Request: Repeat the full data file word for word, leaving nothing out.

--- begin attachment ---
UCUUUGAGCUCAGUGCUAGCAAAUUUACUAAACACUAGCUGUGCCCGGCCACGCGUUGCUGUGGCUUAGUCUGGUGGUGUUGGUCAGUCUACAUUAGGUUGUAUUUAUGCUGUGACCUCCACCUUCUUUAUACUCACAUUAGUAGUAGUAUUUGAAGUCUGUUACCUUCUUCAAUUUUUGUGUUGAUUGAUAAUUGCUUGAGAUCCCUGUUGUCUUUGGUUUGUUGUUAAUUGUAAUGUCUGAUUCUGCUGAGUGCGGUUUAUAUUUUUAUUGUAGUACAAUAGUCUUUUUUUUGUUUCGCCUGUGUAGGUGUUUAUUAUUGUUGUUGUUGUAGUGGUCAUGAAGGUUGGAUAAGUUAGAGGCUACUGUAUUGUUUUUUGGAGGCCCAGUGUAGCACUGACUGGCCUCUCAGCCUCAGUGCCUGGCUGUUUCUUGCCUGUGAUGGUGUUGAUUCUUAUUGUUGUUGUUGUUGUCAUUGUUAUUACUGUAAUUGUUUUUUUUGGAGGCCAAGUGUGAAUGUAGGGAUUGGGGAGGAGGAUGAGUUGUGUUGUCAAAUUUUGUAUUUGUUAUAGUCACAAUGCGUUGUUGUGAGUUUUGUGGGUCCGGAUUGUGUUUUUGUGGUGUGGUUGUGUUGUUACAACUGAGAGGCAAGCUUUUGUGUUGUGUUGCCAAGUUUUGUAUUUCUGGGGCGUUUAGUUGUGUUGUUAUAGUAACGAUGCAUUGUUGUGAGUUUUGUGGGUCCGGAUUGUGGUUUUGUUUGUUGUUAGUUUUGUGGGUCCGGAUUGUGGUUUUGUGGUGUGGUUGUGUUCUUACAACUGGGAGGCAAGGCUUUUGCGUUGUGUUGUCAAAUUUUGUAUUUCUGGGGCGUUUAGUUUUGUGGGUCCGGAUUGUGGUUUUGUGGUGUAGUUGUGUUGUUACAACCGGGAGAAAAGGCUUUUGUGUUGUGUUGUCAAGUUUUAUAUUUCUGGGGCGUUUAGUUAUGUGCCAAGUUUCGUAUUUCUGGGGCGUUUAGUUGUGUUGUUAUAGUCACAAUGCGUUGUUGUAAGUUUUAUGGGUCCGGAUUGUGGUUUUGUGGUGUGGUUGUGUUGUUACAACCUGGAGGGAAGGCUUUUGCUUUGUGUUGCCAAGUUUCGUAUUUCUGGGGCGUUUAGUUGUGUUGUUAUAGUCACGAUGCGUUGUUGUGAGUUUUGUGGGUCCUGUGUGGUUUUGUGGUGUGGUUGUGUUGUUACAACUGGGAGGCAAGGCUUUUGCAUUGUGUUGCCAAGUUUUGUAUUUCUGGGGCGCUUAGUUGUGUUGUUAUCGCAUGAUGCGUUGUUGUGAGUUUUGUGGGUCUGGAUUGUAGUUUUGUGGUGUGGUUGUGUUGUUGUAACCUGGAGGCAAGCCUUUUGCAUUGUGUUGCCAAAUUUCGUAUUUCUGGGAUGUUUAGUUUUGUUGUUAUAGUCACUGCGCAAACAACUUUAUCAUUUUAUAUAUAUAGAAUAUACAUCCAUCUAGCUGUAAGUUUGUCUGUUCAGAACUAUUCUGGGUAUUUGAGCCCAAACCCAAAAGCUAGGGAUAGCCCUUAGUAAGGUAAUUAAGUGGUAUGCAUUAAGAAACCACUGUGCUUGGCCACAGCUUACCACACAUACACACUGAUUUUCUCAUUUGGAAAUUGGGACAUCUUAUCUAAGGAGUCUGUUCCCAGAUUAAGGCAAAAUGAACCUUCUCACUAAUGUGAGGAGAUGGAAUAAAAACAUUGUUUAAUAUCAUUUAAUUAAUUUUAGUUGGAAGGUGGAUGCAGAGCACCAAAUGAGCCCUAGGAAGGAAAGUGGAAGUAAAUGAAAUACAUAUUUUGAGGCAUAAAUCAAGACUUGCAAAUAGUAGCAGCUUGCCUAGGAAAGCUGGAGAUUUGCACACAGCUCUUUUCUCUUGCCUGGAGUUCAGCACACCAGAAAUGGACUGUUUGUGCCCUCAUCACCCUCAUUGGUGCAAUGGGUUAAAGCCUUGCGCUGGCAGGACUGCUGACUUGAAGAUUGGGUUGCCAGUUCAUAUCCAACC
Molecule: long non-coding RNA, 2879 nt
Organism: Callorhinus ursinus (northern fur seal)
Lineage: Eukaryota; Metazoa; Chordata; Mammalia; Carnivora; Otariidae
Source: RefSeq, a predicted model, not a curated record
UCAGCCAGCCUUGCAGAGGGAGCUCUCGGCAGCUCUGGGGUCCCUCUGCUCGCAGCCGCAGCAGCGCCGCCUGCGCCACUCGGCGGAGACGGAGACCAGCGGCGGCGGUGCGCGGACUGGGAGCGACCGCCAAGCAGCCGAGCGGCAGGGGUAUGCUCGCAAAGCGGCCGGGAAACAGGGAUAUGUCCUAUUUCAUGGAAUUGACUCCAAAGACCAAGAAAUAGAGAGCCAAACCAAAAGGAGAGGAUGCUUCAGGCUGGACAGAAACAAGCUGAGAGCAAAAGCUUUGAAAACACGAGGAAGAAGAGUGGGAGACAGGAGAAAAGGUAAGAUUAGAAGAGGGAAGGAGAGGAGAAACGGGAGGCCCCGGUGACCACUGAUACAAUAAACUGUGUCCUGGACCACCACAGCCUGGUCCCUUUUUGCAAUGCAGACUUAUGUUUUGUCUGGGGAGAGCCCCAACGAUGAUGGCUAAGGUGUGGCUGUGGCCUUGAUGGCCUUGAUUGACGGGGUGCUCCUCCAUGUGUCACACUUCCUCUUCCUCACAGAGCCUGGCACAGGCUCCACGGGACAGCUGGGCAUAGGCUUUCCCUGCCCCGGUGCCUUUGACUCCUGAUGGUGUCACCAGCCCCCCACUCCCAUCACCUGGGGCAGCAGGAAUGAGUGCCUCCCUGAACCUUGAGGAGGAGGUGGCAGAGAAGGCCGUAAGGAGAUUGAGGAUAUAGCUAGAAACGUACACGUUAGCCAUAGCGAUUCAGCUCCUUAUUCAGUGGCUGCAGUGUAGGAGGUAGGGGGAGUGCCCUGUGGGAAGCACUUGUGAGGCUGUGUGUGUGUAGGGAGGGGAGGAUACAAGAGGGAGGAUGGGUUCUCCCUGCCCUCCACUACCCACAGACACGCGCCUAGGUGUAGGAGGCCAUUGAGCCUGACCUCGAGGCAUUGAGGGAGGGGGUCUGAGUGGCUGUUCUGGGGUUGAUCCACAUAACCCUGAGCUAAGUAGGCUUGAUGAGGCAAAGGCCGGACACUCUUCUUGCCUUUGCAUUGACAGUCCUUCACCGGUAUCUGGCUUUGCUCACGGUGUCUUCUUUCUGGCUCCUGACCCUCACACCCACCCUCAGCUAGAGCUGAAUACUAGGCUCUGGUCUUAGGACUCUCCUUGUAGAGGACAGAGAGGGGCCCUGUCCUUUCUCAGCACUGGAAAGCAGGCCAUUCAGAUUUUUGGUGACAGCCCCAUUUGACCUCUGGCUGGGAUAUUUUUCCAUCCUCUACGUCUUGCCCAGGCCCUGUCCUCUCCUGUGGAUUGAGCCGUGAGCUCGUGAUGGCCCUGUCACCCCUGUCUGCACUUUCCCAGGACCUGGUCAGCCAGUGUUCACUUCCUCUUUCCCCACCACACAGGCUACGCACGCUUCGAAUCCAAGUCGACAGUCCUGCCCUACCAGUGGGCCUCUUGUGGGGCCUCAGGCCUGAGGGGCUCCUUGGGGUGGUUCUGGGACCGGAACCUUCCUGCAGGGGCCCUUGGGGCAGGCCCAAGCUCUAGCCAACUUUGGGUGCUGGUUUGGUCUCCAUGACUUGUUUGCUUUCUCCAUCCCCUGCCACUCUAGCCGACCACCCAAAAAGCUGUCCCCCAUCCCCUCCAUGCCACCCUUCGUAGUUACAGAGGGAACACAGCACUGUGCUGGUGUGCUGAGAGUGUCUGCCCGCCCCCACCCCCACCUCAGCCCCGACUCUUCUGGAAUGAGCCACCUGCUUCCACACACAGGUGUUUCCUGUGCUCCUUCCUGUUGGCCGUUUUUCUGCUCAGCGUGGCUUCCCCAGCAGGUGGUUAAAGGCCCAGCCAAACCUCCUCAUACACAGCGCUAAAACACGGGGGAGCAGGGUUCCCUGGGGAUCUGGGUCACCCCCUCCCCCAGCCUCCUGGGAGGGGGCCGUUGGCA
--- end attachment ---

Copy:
UCUUUGAGCUCAGUGCUAGCAAAUUUACUAAACACUAGCUGUGCCCGGCCACGCGUUGCUGUGGCUUAGUCUGGUGGUGUUGGUCAGUCUACAUUAGGUUGUAUUUAUGCUGUGACCUCCACCUUCUUUAUACUCACAUUAGUAGUAGUAUUUGAAGUCUGUUACCUUCUUCAAUUUUUGUGUUGAUUGAUAAUUGCUUGAGAUCCCUGUUGUCUUUGGUUUGUUGUUAAUUGUAAUGUCUGAUUCUGCUGAGUGCGGUUUAUAUUUUUAUUGUAGUACAAUAGUCUUUUUUUUGUUUCGCCUGUGUAGGUGUUUAUUAUUGUUGUUGUUGUAGUGGUCAUGAAGGUUGGAUAAGUUAGAGGCUACUGUAUUGUUUUUUGGAGGCCCAGUGUAGCACUGACUGGCCUCUCAGCCUCAGUGCCUGGCUGUUUCUUGCCUGUGAUGGUGUUGAUUCUUAUUGUUGUUGUUGUUGUCAUUGUUAUUACUGUAAUUGUUUUUUUUGGAGGCCAAGUGUGAAUGUAGGGAUUGGGGAGGAGGAUGAGUUGUGUUGUCAAAUUUUGUAUUUGUUAUAGUCACAAUGCGUUGUUGUGAGUUUUGUGGGUCCGGAUUGUGUUUUUGUGGUGUGGUUGUGUUGUUACAACUGAGAGGCAAGCUUUUGUGUUGUGUUGCCAAGUUUUGUAUUUCUGGGGCGUUUAGUUGUGUUGUUAUAGUAACGAUGCAUUGUUGUGAGUUUUGUGGGUCCGGAUUGUGGUUUUGUUUGUUGUUAGUUUUGUGGGUCCGGAUUGUGGUUUUGUGGUGUGGUUGUGUUCUUACAACUGGGAGGCAAGGCUUUUGCGUUGUGUUGUCAAAUUUUGUAUUUCUGGGGCGUUUAGUUUUGUGGGUCCGGAUUGUGGUUUUGUGGUGUAGUUGUGUUGUUACAACCGGGAGAAAAGGCUUUUGUGUUGUGUUGUCAAGUUUUAUAUUUCUGGGGCGUUUAGUUAUGUGCCAAGUUUCGUAUUUCUGGGGCGUUUAGUUGUGUUGUUAUAGUCACAAUGCGUUGUUGUAAGUUUUAUGGGUCCGGAUUGUGGUUUUGUGGUGUGGUUGUGUUGUUACAACCUGGAGGGAAGGCUUUUGCUUUGUGUUGCCAAGUUUCGUAUUUCUGGGGCGUUUAGUUGUGUUGUUAUAGUCACGAUGCGUUGUUGUGAGUUUUGUGGGUCCUGUGUGGUUUUGUGGUGUGGUUGUGUUGUUACAACUGGGAGGCAAGGCUUUUGCAUUGUGUUGCCAAGUUUUGUAUUUCUGGGGCGCUUAGUUGUGUUGUUAUCGCAUGAUGCGUUGUUGUGAGUUUUGUGGGUCUGGAUUGUAGUUUUGUGGUGUGGUUGUGUUGUUGUAACCUGGAGGCAAGCCUUUUGCAUUGUGUUGCCAAAUUUCGUAUUUCUGGGAUGUUUAGUUUUGUUGUUAUAGUCACUGCGCAAACAACUUUAUCAUUUUAUAUAUAUAGAAUAUACAUCCAUCUAGCUGUAAGUUUGUCUGUUCAGAACUAUUCUGGGUAUUUGAGCCCAAACCCAAAAGCUAGGGAUAGCCCUUAGUAAGGUAAUUAAGUGGUAUGCAUUAAGAAACCACUGUGCUUGGCCACAGCUUACCACACAUACACACUGAUUUUCUCAUUUGGAAAUUGGGACAUCUUAUCUAAGGAGUCUGUUCCCAGAUUAAGGCAAAAUGAACCUUCUCACUAAUGUGAGGAGAUGGAAUAAAAACAUUGUUUAAUAUCAUUUAAUUAAUUUUAGUUGGAAGGUGGAUGCAGAGCACCAAAUGAGCCCUAGGAAGGAAAGUGGAAGUAAAUGAAAUACAUAUUUUGAGGCAUAAAUCAAGACUUGCAAAUAGUAGCAGCUUGCCUAGGAAAGCUGGAGAUUUGCACACAGCUCUUUUCUCUUGCCUGGAGUUCAGCACACCAGAAAUGGACUGUUUGUGCCCUCAUCACCCUCAUUGGUGCAAUGGGUUAAAGCCUUGCGCUGGCAGGACUGCUGACUUGAAGAUUGGGUUGCCAGUUCAUAUCCAACC
Molecule: long non-coding RNA, 2879 nt
Organism: Callorhinus ursinus (northern fur seal)
Lineage: Eukaryota; Metazoa; Chordata; Mammalia; Carnivora; Otariidae
Source: RefSeq, a predicted model, not a curated record
UCAGCCAGCCUUGCAGAGGGAGCUCUCGGCAGCUCUGGGGUCCCUCUGCUCGCAGCCGCAGCAGCGCCGCCUGCGCCACUCGGCGGAGACGGAGACCAGCGGCGGCGGUGCGCGGACUGGGAGCGACCGCCAAGCAGCCGAGCGGCAGGGGUAUGCUCGCAAAGCGGCCGGGAAACAGGGAUAUGUCCUAUUUCAUGGAAUUGACUCCAAAGACCAAGAAAUAGAGAGCCAAACCAAAAGGAGAGGAUGCUUCAGGCUGGACAGAAACAAGCUGAGAGCAAAAGCUUUGAAAACACGAGGAAGAAGAGUGGGAGACAGGAGAAAAGGUAAGAUUAGAAGAGGGAAGGAGAGGAGAAACGGGAGGCCCCGGUGACCACUGAUACAAUAAACUGUGUCCUGGACCACCACAGCCUGGUCCCUUUUUGCAAUGCAGACUUAUGUUUUGUCUGGGGAGAGCCCCAACGAUGAUGGCUAAGGUGUGGCUGUGGCCUUGAUGGCCUUGAUUGACGGGGUGCUCCUCCAUGUGUCACACUUCCUCUUCCUCACAGAGCCUGGCACAGGCUCCACGGGACAGCUGGGCAUAGGCUUUCCCUGCCCCGGUGCCUUUGACUCCUGAUGGUGUCACCAGCCCCCCACUCCCAUCACCUGGGGCAGCAGGAAUGAGUGCCUCCCUGAACCUUGAGGAGGAGGUGGCAGAGAAGGCCGUAAGGAGAUUGAGGAUAUAGCUAGAAACGUACACGUUAGCCAUAGCGAUUCAGCUCCUUAUUCAGUGGCUGCAGUGUAGGAGGUAGGGGGAGUGCCCUGUGGGAAGCACUUGUGAGGCUGUGUGUGUGUAGGGAGGGGAGGAUACAAGAGGGAGGAUGGGUUCUCCCUGCCCUCCACUACCCACAGACACGCGCCUAGGUGUAGGAGGCCAUUGAGCCUGACCUCGAGGCAUUGAGGGAGGGGGUCUGAGUGGCUGUUCUGGGGUUGAUCCACAUAACCCUGAGCUAAGUAGGCUUGAUGAGGCAAAGGCCGGACACUCUUCUUGCCUUUGCAUUGACAGUCCUUCACCGGUAUCUGGCUUUGCUCACGGUGUCUUCUUUCUGGCUCCUGACCCUCACACCCACCCUCAGCUAGAGCUGAAUACUAGGCUCUGGUCUUAGGACUCUCCUUGUAGAGGACAGAGAGGGGCCCUGUCCUUUCUCAGCACUGGAAAGCAGGCCAUUCAGAUUUUUGGUGACAGCCCCAUUUGACCUCUGGCUGGGAUAUUUUUCCAUCCUCUACGUCUUGCCCAGGCCCUGUCCUCUCCUGUGGAUUGAGCCGUGAGCUCGUGAUGGCCCUGUCACCCCUGUCUGCACUUUCCCAGGACCUGGUCAGCCAGUGUUCACUUCCUCUUUCCCCACCACACAGGCUACGCACGCUUCGAAUCCAAGUCGACAGUCCUGCCCUACCAGUGGGCCUCUUGUGGGGCCUCAGGCCUGAGGGGCUCCUUGGGGUGGUUCUGGGACCGGAACCUUCCUGCAGGGGCCCUUGGGGCAGGCCCAAGCUCUAGCCAACUUUGGGUGCUGGUUUGGUCUCCAUGACUUGUUUGCUUUCUCCAUCCCCUGCCACUCUAGCCGACCACCCAAAAAGCUGUCCCCCAUCCCCUCCAUGCCACCCUUCGUAGUUACAGAGGGAACACAGCACUGUGCUGGUGUGCUGAGAGUGUCUGCCCGCCCCCACCCCCACCUCAGCCCCGACUCUUCUGGAAUGAGCCACCUGCUUCCACACACAGGUGUUUCCUGUGCUCCUUCCUGUUGGCCGUUUUUCUGCUCAGCGUGGCUUCCCCAGCAGGUGGUUAAAGGCCCAGCCAAACCUCCUCAUACACAGCGCUAAAACACGGGGGAGCAGGGUUCCCUGGGGAUCUGGGUCACCCCCUCCCCCAGCCUCCUGGGAGGGGGCCGUUGGCA